Photo courtesy of staxsoriginal.com

Stax’s bills itself as a “classic Greenville tradition” built in the early fifties they still use the original counters that were put in place at the opening of the restaurant. In the early seventies the restaurant changed owners and the Stathakis family continued the Greenville tradition. Serving a variety of items, they are most well known for home style food – meat & three style plates (we definitely recommend the mac’n’cheese) and a complete breakfast menu.  Location: 1704 Poinsett Highway, Greenville

To visit Stax’s Original Restaurant website, click here.

Peddler Steakhouse

The Peddler Train. photo courtesy of the peddlersteakhouse.com

The Peddler Steakhouse is typically described as one of Greenville’s most unique dining experiences. Housed in a nearly 100 year old building, nestled in the woods and sort of hard to see if you are not sure what you are looking for, The Peddler is considered a Greenville landmark. They offer a wide menu of items but are most  known for their steaks. Those famous steaks can be brought out to your table as a loin of beef where you can select the size of cut of your steak and then have it grilled on the famous Peddler’s grill to your specifications. Location: 2000 Poinsett Highway, Greenville

To visit The Peddler Steakhouse restaurant website, click here.

Tomatoe Vine

Photo courtesy of the Tomatoe Vine.

Yes, it is named Tomato’e’ Vine with the ‘e’. Open year round this Greenville landmark sells fruits, vegetables, jams, preserves, honey and more – with many of the items being locally sourced. Location: 4120 Old Buncombe Road, Greenville

To visit the Tomatoe Vine’s facebook page, click here.

Situated among these locations listed above are many new and long standing businesses that provide everything from groceries to oriental rugs to pet services to delicious food experiences. If you have not visited the Furman campus or area lately it is definitely worth a day trip to experience all the are offers.

The Furman area is a culturally diverse and rapidly growing area, located just five miles from downtown Greenville (on the south side) and just five miles from downtown Travelers Rest (on the north side) it is perfectly positioned for residents and visitors to experience the best of both cities.

History of Furman University:

1826: Furman University Founded

South Carolina Baptist Convention establishes the Furman Academy and Theological Institution in Edgefield, S.C.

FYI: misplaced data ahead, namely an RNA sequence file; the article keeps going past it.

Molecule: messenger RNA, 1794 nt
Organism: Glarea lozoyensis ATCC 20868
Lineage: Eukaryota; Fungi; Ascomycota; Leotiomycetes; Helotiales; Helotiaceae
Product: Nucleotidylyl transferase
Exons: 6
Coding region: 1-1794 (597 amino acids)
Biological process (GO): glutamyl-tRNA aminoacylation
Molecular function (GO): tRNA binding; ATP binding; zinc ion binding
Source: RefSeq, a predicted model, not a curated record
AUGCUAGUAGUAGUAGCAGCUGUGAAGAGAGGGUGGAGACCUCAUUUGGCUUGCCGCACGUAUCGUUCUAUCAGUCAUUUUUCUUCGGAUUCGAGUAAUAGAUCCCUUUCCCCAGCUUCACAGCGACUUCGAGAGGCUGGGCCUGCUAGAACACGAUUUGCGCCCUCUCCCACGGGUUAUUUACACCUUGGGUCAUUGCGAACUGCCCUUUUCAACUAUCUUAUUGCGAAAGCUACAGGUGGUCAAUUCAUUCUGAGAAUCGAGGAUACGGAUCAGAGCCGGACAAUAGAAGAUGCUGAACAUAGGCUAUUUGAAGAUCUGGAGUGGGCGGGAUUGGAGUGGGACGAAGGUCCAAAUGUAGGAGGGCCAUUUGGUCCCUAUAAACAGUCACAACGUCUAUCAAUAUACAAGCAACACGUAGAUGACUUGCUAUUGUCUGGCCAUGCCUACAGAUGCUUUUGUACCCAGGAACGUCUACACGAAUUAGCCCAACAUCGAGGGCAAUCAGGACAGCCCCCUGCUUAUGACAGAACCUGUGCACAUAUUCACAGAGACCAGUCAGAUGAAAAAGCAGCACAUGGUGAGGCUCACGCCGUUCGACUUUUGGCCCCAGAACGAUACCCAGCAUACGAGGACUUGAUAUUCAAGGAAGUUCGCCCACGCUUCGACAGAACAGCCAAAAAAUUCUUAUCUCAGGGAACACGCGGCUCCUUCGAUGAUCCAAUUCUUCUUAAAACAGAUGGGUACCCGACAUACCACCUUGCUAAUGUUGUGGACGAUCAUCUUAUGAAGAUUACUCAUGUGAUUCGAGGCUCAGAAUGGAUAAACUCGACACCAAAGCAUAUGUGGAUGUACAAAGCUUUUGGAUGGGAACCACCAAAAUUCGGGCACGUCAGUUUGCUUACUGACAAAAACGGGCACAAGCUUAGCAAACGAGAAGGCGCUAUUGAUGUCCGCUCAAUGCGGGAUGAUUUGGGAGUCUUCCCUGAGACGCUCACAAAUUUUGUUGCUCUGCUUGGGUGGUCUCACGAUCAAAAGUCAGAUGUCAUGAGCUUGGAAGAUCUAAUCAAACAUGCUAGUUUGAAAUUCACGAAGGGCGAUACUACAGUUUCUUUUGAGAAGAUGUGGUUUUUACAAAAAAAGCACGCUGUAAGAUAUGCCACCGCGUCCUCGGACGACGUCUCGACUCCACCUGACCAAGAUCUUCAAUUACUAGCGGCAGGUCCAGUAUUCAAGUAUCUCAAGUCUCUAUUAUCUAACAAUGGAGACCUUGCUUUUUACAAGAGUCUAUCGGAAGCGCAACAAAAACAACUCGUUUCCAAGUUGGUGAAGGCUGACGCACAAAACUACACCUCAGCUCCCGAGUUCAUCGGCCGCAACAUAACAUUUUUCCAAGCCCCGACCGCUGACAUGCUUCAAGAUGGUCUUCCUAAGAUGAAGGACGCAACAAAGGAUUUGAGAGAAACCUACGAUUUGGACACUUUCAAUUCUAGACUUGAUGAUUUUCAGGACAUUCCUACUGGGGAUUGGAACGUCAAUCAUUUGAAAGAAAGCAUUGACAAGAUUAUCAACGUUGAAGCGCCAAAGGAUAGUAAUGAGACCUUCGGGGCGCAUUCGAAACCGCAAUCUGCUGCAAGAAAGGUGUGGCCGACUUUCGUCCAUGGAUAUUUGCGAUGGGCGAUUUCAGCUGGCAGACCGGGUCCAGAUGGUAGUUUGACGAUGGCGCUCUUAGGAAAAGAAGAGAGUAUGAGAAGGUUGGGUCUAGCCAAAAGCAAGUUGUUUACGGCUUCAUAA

Named for Richard Furman, a clergyman considered the most important Baptist leader before the Civil War.

1851: Furman campus moves to Greenville

Furman moves to the south of town on 25 acres purchased from Vardry McBee for $150 an acre.

1859-1879: James Furman President

James C. Furman, son of the university’s namesake serves as the University’s first president from 1859-1879.

1861-1864: Furman closes for Civil War

Furman closes during the civil war. Most students volunteering for service.

1881-1897: Charles Manly serves as president

Under his presidency the campus becomes residential, the curriculum expands, and non-academic opportunities became a bigger part of life at Furman.

1889: Football at Furman

Furman was involved in South Carolina’s first intercollegiate football game  on December 14, 1889.

1924: Named beneficiary of Duke Endowment

One of four collegiate beneficiaries

1935 : Merges with Greenville Woman’s College

Financial reasons create the merge

1953 : Breaks ground on the current campus location

The land was purchased under John Pyler, Furman’s longest serving president 1939-1964.

1954 : NCAA Record Set

Frank Selvy scores 100 points in an NCAA Division I basketball game. The record still holds today.

1964 : Alumni wins Nobel Prize

Charles H. Townes is awarded the Nobel Prize in 1964 for his role in the invention of the maser and laser.

1988 : National Championship

Furman becomes the first private institution to win the NCAA I-AA football national championship.

2015 : Furman strikes gold

Furman received a “Gold Rating” from the Association for the Advancement of Sustainability in Higher Education

Furman University